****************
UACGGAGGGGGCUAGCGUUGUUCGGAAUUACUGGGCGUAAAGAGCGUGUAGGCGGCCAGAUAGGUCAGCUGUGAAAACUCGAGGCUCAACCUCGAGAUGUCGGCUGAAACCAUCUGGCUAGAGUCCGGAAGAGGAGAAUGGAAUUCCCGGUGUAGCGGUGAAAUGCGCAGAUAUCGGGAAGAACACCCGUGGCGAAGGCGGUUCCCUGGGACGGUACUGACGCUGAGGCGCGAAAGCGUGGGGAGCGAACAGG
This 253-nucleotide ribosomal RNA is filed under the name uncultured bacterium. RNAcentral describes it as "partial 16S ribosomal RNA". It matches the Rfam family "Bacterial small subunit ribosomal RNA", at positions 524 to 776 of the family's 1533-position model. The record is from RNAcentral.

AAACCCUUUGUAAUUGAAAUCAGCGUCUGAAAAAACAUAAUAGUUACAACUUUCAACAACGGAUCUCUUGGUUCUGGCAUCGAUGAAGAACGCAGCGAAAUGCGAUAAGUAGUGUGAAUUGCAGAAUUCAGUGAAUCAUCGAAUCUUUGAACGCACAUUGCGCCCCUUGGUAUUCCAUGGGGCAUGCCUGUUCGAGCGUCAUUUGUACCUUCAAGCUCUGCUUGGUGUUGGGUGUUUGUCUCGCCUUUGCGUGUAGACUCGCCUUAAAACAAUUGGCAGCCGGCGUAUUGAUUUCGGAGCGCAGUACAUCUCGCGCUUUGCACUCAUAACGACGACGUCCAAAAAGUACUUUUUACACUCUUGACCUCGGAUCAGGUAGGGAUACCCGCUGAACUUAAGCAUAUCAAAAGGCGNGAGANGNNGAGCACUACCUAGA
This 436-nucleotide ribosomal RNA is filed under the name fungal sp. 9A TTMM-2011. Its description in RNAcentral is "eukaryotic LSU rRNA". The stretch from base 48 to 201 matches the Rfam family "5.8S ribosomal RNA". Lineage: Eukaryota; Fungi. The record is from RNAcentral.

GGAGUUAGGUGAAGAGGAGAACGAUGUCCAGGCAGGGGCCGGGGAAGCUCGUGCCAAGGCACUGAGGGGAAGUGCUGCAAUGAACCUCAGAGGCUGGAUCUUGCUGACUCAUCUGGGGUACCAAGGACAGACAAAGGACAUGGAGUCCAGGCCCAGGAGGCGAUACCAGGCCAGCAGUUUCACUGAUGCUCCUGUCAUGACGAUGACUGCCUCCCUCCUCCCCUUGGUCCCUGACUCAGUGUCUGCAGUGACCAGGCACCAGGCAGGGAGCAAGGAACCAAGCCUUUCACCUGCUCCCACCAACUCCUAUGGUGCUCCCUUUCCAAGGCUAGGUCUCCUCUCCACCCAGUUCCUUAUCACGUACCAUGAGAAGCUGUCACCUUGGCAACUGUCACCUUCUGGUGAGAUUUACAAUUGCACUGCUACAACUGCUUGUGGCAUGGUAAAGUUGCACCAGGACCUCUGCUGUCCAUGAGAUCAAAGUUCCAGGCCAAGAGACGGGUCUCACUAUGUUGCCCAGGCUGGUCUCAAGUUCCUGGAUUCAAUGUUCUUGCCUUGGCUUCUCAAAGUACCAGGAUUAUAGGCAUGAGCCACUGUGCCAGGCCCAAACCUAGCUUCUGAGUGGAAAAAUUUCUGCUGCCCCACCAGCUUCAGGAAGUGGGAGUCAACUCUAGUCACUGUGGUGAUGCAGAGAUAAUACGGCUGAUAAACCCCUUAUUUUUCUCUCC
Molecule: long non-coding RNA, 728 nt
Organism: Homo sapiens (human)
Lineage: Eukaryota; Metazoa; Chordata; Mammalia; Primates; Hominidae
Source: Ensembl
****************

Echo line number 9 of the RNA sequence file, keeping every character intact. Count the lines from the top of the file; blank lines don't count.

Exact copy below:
Source: Ensembl